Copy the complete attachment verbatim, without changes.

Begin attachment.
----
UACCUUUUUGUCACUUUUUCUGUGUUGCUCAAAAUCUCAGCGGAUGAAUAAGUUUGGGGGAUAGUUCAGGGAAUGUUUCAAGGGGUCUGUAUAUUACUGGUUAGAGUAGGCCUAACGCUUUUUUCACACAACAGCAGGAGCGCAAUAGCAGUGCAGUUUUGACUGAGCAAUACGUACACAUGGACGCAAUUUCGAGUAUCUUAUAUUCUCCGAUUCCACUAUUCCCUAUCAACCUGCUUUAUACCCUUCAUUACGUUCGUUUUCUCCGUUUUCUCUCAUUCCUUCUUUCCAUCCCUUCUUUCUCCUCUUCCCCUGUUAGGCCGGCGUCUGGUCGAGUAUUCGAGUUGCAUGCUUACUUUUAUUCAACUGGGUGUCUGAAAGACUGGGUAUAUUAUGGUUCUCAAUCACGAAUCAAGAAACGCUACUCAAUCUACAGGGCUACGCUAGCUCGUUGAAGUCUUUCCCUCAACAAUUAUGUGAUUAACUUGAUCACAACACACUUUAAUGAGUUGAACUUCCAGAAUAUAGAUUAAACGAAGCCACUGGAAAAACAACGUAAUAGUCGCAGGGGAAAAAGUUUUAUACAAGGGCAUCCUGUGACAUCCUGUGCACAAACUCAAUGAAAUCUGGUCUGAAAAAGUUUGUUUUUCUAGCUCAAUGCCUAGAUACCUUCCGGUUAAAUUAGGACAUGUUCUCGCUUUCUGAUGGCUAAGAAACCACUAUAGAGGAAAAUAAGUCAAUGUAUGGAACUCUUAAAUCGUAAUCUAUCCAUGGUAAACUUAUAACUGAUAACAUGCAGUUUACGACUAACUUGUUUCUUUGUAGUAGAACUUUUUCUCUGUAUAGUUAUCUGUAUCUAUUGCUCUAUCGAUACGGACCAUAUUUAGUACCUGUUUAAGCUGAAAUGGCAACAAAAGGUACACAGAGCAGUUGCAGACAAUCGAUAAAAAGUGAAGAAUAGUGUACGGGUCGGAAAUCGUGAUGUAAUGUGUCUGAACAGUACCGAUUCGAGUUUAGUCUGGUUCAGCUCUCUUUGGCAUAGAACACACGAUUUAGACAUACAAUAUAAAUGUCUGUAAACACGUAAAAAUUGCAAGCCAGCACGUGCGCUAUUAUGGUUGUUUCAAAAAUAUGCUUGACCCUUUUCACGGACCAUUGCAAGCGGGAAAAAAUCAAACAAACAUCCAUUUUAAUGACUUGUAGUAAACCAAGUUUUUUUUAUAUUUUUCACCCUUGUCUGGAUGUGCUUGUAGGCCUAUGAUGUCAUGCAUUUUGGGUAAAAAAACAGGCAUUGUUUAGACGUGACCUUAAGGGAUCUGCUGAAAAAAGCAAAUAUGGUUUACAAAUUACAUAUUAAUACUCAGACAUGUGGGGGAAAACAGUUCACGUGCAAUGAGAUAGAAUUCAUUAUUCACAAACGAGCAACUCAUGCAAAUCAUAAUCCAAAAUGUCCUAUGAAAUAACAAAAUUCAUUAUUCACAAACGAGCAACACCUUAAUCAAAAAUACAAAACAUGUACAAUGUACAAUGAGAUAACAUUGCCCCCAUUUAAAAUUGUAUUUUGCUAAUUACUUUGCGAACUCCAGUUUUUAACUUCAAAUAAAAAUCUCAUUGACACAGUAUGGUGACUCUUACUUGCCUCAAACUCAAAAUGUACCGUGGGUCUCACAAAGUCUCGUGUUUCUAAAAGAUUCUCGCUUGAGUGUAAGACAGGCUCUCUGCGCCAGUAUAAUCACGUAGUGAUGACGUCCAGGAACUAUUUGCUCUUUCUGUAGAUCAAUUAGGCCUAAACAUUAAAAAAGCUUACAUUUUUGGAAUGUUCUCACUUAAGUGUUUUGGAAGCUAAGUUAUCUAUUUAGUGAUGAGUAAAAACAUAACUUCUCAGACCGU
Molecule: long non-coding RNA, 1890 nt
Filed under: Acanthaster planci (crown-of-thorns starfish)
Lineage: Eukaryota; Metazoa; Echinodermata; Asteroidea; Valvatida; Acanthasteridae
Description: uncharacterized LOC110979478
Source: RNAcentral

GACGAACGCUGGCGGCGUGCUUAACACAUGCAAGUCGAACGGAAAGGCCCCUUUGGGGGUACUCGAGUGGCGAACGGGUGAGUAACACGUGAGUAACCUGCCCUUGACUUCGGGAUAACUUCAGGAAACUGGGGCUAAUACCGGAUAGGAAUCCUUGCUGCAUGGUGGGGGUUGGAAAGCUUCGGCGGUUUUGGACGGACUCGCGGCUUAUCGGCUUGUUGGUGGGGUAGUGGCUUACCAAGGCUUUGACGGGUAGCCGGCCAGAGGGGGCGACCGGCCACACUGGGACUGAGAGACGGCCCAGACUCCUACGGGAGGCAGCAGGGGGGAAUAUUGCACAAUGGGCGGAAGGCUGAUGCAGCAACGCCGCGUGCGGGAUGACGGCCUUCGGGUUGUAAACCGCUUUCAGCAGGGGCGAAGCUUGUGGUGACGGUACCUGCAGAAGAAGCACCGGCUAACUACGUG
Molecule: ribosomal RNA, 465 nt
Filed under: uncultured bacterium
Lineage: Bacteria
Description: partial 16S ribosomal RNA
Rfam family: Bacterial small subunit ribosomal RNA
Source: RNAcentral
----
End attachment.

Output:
UACCUUUUUGUCACUUUUUCUGUGUUGCUCAAAAUCUCAGCGGAUGAAUAAGUUUGGGGGAUAGUUCAGGGAAUGUUUCAAGGGGUCUGUAUAUUACUGGUUAGAGUAGGCCUAACGCUUUUUUCACACAACAGCAGGAGCGCAAUAGCAGUGCAGUUUUGACUGAGCAAUACGUACACAUGGACGCAAUUUCGAGUAUCUUAUAUUCUCCGAUUCCACUAUUCCCUAUCAACCUGCUUUAUACCCUUCAUUACGUUCGUUUUCUCCGUUUUCUCUCAUUCCUUCUUUCCAUCCCUUCUUUCUCCUCUUCCCCUGUUAGGCCGGCGUCUGGUCGAGUAUUCGAGUUGCAUGCUUACUUUUAUUCAACUGGGUGUCUGAAAGACUGGGUAUAUUAUGGUUCUCAAUCACGAAUCAAGAAACGCUACUCAAUCUACAGGGCUACGCUAGCUCGUUGAAGUCUUUCCCUCAACAAUUAUGUGAUUAACUUGAUCACAACACACUUUAAUGAGUUGAACUUCCAGAAUAUAGAUUAAACGAAGCCACUGGAAAAACAACGUAAUAGUCGCAGGGGAAAAAGUUUUAUACAAGGGCAUCCUGUGACAUCCUGUGCACAAACUCAAUGAAAUCUGGUCUGAAAAAGUUUGUUUUUCUAGCUCAAUGCCUAGAUACCUUCCGGUUAAAUUAGGACAUGUUCUCGCUUUCUGAUGGCUAAGAAACCACUAUAGAGGAAAAUAAGUCAAUGUAUGGAACUCUUAAAUCGUAAUCUAUCCAUGGUAAACUUAUAACUGAUAACAUGCAGUUUACGACUAACUUGUUUCUUUGUAGUAGAACUUUUUCUCUGUAUAGUUAUCUGUAUCUAUUGCUCUAUCGAUACGGACCAUAUUUAGUACCUGUUUAAGCUGAAAUGGCAACAAAAGGUACACAGAGCAGUUGCAGACAAUCGAUAAAAAGUGAAGAAUAGUGUACGGGUCGGAAAUCGUGAUGUAAUGUGUCUGAACAGUACCGAUUCGAGUUUAGUCUGGUUCAGCUCUCUUUGGCAUAGAACACACGAUUUAGACAUACAAUAUAAAUGUCUGUAAACACGUAAAAAUUGCAAGCCAGCACGUGCGCUAUUAUGGUUGUUUCAAAAAUAUGCUUGACCCUUUUCACGGACCAUUGCAAGCGGGAAAAAAUCAAACAAACAUCCAUUUUAAUGACUUGUAGUAAACCAAGUUUUUUUUAUAUUUUUCACCCUUGUCUGGAUGUGCUUGUAGGCCUAUGAUGUCAUGCAUUUUGGGUAAAAAAACAGGCAUUGUUUAGACGUGACCUUAAGGGAUCUGCUGAAAAAAGCAAAUAUGGUUUACAAAUUACAUAUUAAUACUCAGACAUGUGGGGGAAAACAGUUCACGUGCAAUGAGAUAGAAUUCAUUAUUCACAAACGAGCAACUCAUGCAAAUCAUAAUCCAAAAUGUCCUAUGAAAUAACAAAAUUCAUUAUUCACAAACGAGCAACACCUUAAUCAAAAAUACAAAACAUGUACAAUGUACAAUGAGAUAACAUUGCCCCCAUUUAAAAUUGUAUUUUGCUAAUUACUUUGCGAACUCCAGUUUUUAACUUCAAAUAAAAAUCUCAUUGACACAGUAUGGUGACUCUUACUUGCCUCAAACUCAAAAUGUACCGUGGGUCUCACAAAGUCUCGUGUUUCUAAAAGAUUCUCGCUUGAGUGUAAGACAGGCUCUCUGCGCCAGUAUAAUCACGUAGUGAUGACGUCCAGGAACUAUUUGCUCUUUCUGUAGAUCAAUUAGGCCUAAACAUUAAAAAAGCUUACAUUUUUGGAAUGUUCUCACUUAAGUGUUUUGGAAGCUAAGUUAUCUAUUUAGUGAUGAGUAAAAACAUAACUUCUCAGACCGU
Molecule: long non-coding RNA, 1890 nt
Filed under: Acanthaster planci (crown-of-thorns starfish)
Lineage: Eukaryota; Metazoa; Echinodermata; Asteroidea; Valvatida; Acanthasteridae
Description: uncharacterized LOC110979478
Source: RNAcentral

GACGAACGCUGGCGGCGUGCUUAACACAUGCAAGUCGAACGGAAAGGCCCCUUUGGGGGUACUCGAGUGGCGAACGGGUGAGUAACACGUGAGUAACCUGCCCUUGACUUCGGGAUAACUUCAGGAAACUGGGGCUAAUACCGGAUAGGAAUCCUUGCUGCAUGGUGGGGGUUGGAAAGCUUCGGCGGUUUUGGACGGACUCGCGGCUUAUCGGCUUGUUGGUGGGGUAGUGGCUUACCAAGGCUUUGACGGGUAGCCGGCCAGAGGGGGCGACCGGCCACACUGGGACUGAGAGACGGCCCAGACUCCUACGGGAGGCAGCAGGGGGGAAUAUUGCACAAUGGGCGGAAGGCUGAUGCAGCAACGCCGCGUGCGGGAUGACGGCCUUCGGGUUGUAAACCGCUUUCAGCAGGGGCGAAGCUUGUGGUGACGGUACCUGCAGAAGAAGCACCGGCUAACUACGUG
Molecule: ribosomal RNA, 465 nt
Filed under: uncultured bacterium
Lineage: Bacteria
Description: partial 16S ribosomal RNA
Rfam family: Bacterial small subunit ribosomal RNA
Source: RNAcentral